A 13-year-old boy who the High Court heard was in “a fairly violent” road collision in Co Cork five years ago has settled his court action for €4 million.
A part of Darragh O’Regan’s case was against the HSE after he claimed that his pre-existing brain cyst was allegedly perforated and this was allegedly missed when he went to Cork University Hospital emergency department six days after the crash.
The young boy, who lives in the Cayman Islands, had been on holiday in Co Cork where his grandparents live when a hire car driven by his father collided with another car pulling a caravan which was parked on the hard shoulder at Ballyhea, Charleville on August 7th, 2017.
Darragh’s counsel Liam Reidy SC, with Tadhg Dorgan BL instructed by John McCarthy solicitor, told the court the then eight-year-old boy was brought to University Hospital Limerick but did not appear to have any injuries.
Six days later Darragh was brought to Cork University Hospital with persistent headache and vomiting.
Counsel said the suspicion should have been of an intracranial problem. It was also their case, he said, that an examination of the back of the boy’s eye was allegedly not done.
Counsel said it was their case that the “most basic eye test” which checked cranial pressure was allegedly not carried out.
When the boy returned to the Cayman Islands, counsel said he had to be transferred to a Miami hospital where he had to have three surgeries where burr holes and drains were inserted in his skull.
Darragh O’Regan of Grand Cayman, the Cayman Islands, had through his mother Fiona O’Regan sued his father Daniel who was the driver of the hire car which was owned by Executive Trust Ltd with offices at Northwood Business Park, Santry, Dublin.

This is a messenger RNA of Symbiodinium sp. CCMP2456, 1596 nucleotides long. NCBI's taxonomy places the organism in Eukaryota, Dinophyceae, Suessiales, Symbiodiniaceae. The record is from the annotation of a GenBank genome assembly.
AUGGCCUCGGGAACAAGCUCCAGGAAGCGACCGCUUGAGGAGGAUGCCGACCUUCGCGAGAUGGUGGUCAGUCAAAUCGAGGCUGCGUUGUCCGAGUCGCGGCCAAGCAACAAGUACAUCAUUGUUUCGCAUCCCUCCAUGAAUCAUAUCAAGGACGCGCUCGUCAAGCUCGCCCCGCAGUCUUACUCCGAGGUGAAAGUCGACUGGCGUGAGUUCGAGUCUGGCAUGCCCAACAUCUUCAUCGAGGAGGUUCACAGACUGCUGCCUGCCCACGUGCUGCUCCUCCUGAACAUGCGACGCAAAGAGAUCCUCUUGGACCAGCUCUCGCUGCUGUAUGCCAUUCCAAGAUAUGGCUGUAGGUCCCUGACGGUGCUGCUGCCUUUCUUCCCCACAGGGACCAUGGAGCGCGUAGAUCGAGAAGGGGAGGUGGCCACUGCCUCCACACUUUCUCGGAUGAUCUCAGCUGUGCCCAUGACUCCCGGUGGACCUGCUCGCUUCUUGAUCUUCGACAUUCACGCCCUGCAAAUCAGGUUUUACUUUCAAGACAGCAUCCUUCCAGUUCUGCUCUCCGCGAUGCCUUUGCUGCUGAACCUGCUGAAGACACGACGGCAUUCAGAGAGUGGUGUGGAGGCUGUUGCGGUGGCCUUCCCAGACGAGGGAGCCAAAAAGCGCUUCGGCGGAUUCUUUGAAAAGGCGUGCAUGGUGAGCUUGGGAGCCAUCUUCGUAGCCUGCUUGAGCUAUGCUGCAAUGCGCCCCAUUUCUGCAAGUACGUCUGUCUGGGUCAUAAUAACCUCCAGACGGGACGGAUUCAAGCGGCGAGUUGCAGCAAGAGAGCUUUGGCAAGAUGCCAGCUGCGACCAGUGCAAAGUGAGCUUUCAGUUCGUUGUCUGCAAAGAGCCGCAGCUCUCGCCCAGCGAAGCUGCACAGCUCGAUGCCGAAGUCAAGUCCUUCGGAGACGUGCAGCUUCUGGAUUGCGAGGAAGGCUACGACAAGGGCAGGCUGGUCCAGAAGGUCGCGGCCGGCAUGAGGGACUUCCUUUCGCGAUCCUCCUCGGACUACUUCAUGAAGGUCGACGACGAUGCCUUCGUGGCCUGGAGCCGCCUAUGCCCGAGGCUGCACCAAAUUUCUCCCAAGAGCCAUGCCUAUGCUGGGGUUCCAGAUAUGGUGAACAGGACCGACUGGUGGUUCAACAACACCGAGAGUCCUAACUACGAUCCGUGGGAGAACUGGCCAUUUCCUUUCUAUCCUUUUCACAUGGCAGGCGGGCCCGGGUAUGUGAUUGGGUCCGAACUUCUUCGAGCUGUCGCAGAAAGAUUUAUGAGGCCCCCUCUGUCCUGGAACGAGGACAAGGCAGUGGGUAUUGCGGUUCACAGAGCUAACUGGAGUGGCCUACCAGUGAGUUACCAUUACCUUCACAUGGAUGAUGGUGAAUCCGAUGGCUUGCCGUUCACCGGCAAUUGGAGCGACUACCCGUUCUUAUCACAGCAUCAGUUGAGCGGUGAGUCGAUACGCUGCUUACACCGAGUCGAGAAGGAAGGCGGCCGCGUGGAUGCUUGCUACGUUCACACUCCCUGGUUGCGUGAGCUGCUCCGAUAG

He also sued the driver of the other vehicle, Gerald Long of Eglantine Crescent, Mallow, Co Cork and the HSE.
Mr Justice Paul Coffey was told that liability had been admitted by the drivers and the car rental company.
Against the HSE it was claimed there was an alleged failure to properly investigate the persistence of the boy’s neurological symptoms in the days after the accident and an alleged failure to carry out the eye examination.
The HSE denied the claims and contended a cyst perforation could have happened anytime in the boy’s future and he would have had to have surgery.
It was claimed the boy remained asymptomatic for six days following the collision until August 13th, 2017 when he started to develop headaches, vomiting and fatigue.
The boy was referred to the emergency department of Cork University Hospital. He was complaining of persistent headache and vomiting. A CT of his brain was reported as normal apart from the congenital brain cyst.
It was claimed an examination of the back of the inside eye was not performed and he was discharged from the Cork hospital and prescribed anti-nausea medication and painkillers.
It was further claimed in the days that followed his discharge, Darragh felt persistently unwell with ongoing headaches and increasing nausea and vomiting. He was again referred by a GP on August 23rd, 2017 to the emergency department of Cork University Hospital.
The boy’s case was reviewed and it was allegedly concluded that the CT scan showed no evidence of raised intracranial pressure. The need for another CT scan was not expressed, it was claimed, and a diagnosis of post concussion syndrome was made.
Advice was given regarding symptom control and the young boy was discharged from hospital.
On August 25th, 2017 the family flew back to the Cayman Islands but the boy’s symptoms continued with worsening pain, vomiting, fatigue and hyperventilation.
Approving the settlement, Mr Justice Paul Coffey said it was a good one and he wished Darragh and his family well for the future.